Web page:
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METROPOLITAN PROPERTY AND LIABILITY INSURANCE COMPANY v. INSURANCE COMMISSIONER COMMONWEALTH PENNSYLVANIA AND BONNIE BECK (12/30/87)

decided: December 30, 1987.

METROPOLITAN PROPERTY AND LIABILITY INSURANCE COMPANY, APPELLANT,
v.
INSURANCE COMMISSIONER OF THE COMMONWEALTH OF PENNSYLVANIA AND BONNIE BECK, APPELLEES. STATE FARM FIRE AND CASUALTY COMPANY, APPELLANT, V. INSURANCE COMMISSIONER OF THE COMMONWEALTH OF PENNSYLVANIA, APPELLEE



Appeal from the Order of the Commonwealth Court entered May 13, 1986 at No. 1448 C.D. 1985, affirming the Order and Adjudication of the Pennsylvania Insurance Commissioner entered May 23, 1985 at No. P 84-5-2. Pa. Commw. , Nix, C.j., and Larsen, Flaherty, McDermott, Hutchinson, Zappala and Papadakos, JJ. Zappala, J., joins in this opinion. Nix, C.j., files a concurring opinion in which Flaherty and Papadakos, JJ., join. Larsen, J., concurs in the result. Hutchinson, Former J., did not participate in the decision of this case.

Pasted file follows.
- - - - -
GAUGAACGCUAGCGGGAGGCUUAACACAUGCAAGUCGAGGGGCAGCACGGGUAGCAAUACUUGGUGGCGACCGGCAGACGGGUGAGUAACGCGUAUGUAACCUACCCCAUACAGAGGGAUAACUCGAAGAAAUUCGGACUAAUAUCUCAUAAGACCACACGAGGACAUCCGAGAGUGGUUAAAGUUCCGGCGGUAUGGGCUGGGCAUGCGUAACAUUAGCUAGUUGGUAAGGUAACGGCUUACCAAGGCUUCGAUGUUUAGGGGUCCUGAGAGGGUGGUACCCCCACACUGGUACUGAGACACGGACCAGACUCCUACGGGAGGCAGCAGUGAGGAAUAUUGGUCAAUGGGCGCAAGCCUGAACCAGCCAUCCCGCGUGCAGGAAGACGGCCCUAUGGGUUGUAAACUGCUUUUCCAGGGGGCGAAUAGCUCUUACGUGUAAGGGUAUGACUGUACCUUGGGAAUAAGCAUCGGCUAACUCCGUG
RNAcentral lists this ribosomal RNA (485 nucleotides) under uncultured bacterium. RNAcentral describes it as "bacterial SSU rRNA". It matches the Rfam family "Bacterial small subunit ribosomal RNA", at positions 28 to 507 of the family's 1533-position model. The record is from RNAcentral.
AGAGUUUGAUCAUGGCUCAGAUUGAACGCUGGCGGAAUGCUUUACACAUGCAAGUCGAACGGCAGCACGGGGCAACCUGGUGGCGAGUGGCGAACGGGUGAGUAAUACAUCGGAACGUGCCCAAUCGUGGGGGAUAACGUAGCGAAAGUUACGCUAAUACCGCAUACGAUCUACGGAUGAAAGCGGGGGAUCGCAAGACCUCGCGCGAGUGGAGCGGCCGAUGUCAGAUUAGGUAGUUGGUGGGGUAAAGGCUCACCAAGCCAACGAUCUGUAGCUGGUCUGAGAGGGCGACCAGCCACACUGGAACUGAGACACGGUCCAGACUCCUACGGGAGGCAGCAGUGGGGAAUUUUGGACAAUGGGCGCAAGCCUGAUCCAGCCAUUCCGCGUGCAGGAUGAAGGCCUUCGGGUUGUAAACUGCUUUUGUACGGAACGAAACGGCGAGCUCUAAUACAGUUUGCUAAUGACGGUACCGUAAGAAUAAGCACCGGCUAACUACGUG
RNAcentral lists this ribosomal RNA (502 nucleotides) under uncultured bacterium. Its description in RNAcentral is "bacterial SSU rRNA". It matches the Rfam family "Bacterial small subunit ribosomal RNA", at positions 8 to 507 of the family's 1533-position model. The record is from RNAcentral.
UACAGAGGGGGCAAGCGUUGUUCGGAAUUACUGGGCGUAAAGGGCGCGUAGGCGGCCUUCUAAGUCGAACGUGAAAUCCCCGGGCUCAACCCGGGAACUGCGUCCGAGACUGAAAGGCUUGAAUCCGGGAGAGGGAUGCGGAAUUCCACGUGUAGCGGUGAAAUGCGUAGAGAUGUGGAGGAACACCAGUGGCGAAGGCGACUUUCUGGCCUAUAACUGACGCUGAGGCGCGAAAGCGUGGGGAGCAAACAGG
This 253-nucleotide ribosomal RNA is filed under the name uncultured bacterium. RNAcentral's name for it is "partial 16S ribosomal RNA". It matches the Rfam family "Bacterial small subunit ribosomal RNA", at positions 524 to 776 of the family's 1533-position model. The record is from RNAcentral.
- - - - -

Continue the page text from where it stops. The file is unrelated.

Author: Mcdermott

[ 517 Pa. Page 220]

OPINION ANNOUNCING THE JUDGMENT OF THE COURT

These cases were consolidated in order to address a common issue, to wit: whether an insurance company may rescind an automobile insurance policy upon learning that

[ 517 Pa. Page 221]

    the application for insurance contained material misrepresentations. The germane facts of these cases are set out below.

No. 120 E.D. Appeal Docket 1986

On August 1, 1983, Bonnie Beck applied to Metropolitan Property and Liability Insurance Company for automobile insurance coverage. In response to questions regarding her prior driving history Ms. Beck indicated that she had no moving traffic violations, and that she had never had her license suspended or revoked. Ms. Beck tendered a $170.00 premium payment to the Metropolitan agent. The payment was accepted, and a binder was executed immediately extending coverage to Ms. Beck. Less than a week later, on August 7, 1983, Ms. Beck submitted a claim under her new policy to Metropolitan. The claim was for property damage caused by vandalism and was in the amount of $878.00.